American Sign Language For Dummies with Online Videos
Book image
Explore Book Buy On Amazon
Classifiers in ASL may sound complicated but they are not; they are a fun way to explain the finer points of the message you are conveying. Once you get the hang of them, you can show off your skill to your Deaf friends and let them teach you more about classifiers.

Classifiers are nothing more than handshapes that are grouped into categories with a specific purpose as describing something, showing relationships, demonstrating something, or taking the place of an object. Therefore, think of them as handshapes that can represent a person, place, or a thing by showing how things are positioned or shaped.

You can show what happens to these agents once they are set up as classifiers; classifiers clarify your point. This is why they are called Size and Shape Classifiers. Since classifiers show detailed information, do not use them until after you have explained the subject of the matter then explain the specifics by using classifiers. Classifiers will give the addressee all the specifics your hands can handle.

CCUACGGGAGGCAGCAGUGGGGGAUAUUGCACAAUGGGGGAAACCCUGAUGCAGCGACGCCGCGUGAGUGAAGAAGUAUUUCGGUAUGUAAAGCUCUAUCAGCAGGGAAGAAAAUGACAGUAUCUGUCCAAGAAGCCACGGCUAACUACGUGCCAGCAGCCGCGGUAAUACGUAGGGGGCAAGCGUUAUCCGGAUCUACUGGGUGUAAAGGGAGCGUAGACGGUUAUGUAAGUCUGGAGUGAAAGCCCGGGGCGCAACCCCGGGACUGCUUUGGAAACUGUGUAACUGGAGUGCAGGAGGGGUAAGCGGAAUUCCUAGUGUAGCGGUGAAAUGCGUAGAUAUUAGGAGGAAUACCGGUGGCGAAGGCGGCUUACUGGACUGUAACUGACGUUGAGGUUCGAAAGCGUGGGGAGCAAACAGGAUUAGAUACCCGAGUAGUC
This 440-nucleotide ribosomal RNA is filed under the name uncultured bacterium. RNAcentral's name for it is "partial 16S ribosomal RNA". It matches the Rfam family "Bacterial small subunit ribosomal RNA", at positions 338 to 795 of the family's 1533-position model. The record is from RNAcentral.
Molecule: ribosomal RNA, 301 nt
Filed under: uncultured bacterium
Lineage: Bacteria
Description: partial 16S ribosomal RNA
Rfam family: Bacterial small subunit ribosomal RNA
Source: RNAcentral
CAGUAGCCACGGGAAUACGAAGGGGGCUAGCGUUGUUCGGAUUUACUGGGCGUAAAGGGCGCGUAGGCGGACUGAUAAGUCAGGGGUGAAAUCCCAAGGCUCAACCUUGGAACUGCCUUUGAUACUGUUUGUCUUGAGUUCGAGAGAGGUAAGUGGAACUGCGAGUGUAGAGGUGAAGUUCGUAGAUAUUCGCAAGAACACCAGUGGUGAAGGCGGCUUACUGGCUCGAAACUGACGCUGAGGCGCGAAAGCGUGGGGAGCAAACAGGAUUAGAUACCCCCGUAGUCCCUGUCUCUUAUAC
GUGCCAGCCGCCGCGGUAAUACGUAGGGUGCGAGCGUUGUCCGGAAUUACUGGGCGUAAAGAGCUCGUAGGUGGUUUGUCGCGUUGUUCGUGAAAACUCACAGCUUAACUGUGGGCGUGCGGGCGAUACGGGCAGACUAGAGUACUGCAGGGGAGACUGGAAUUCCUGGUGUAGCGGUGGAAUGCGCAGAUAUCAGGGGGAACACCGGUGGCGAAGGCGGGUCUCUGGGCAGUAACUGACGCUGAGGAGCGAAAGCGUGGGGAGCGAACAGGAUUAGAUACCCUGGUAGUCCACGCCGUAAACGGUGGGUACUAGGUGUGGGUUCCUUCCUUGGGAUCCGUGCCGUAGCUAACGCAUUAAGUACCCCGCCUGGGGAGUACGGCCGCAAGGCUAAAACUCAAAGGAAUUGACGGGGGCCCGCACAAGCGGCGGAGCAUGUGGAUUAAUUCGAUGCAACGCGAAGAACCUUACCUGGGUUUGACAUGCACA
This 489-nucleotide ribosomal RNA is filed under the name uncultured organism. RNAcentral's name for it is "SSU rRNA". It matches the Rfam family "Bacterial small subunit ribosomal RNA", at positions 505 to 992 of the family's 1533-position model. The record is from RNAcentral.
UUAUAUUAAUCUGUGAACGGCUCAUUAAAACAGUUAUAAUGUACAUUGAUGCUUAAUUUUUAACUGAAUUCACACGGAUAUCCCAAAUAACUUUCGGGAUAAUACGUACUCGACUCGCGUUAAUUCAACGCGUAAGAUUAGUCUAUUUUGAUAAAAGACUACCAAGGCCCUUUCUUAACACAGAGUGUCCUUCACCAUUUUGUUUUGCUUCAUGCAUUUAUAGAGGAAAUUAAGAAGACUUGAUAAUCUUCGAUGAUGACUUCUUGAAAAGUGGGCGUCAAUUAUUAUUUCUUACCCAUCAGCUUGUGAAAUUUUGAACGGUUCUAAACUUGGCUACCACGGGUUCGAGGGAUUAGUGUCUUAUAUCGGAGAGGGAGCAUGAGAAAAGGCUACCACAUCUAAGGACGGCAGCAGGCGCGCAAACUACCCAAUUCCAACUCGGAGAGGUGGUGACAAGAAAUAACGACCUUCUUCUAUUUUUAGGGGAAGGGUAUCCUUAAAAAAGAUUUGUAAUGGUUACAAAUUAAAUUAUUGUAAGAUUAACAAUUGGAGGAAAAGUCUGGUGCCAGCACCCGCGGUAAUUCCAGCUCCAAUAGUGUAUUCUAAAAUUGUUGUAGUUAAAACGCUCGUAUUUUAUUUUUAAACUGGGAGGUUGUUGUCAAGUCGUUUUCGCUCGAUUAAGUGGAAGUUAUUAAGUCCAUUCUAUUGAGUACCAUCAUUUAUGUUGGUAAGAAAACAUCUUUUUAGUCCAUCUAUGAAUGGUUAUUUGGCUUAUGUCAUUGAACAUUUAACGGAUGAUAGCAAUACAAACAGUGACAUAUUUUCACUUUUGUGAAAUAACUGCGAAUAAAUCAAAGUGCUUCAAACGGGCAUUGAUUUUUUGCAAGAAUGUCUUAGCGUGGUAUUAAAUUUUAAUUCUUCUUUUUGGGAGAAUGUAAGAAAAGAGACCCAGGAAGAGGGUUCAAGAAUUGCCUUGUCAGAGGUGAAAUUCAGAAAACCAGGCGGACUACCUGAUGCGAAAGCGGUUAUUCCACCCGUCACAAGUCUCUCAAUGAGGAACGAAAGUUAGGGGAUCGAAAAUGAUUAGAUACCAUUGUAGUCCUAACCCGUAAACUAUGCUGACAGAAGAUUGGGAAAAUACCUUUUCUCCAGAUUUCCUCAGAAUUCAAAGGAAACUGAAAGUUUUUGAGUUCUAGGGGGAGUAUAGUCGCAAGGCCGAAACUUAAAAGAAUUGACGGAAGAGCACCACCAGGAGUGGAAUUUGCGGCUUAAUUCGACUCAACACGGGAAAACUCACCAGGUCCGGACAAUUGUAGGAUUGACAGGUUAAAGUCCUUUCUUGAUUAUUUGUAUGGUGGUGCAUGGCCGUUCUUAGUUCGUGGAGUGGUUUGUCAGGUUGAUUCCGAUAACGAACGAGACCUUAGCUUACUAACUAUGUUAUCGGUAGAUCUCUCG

Here are some ideas to get you started. If you need a little help, remember the handshapes for A, C, and F.

  • The manual letter-A handshape with the thumb pointing upward can be any object that is erect as a vase, a stop sign on a street, or a computer tower on the floor. Identify the object first and then use the classifier to represent it.
  • The manual letter-C handshape can be a muscle on an arm, a drinking glass, or a wad of dollars in the hand. This classifier can be anything in an arch shape.
  • The manual letter-F handshape can be coins on a hand, small rocks, or polka dots on a shirt, anything in a small round shape.

About This Article

This article is from the book:

About the book authors:

Adan R. Penilla II, PhD, NIC, NAD IV, CI/CT, SC:L, ASLTA, teaches American Sign Language at Colorado State University and is a freelance interpreter for the Colorado court system. Angela Lee Taylor has taught ASL for Pikes Peak Community College and the Colorado School for the Deaf and the Blind.

This article can be found in the category: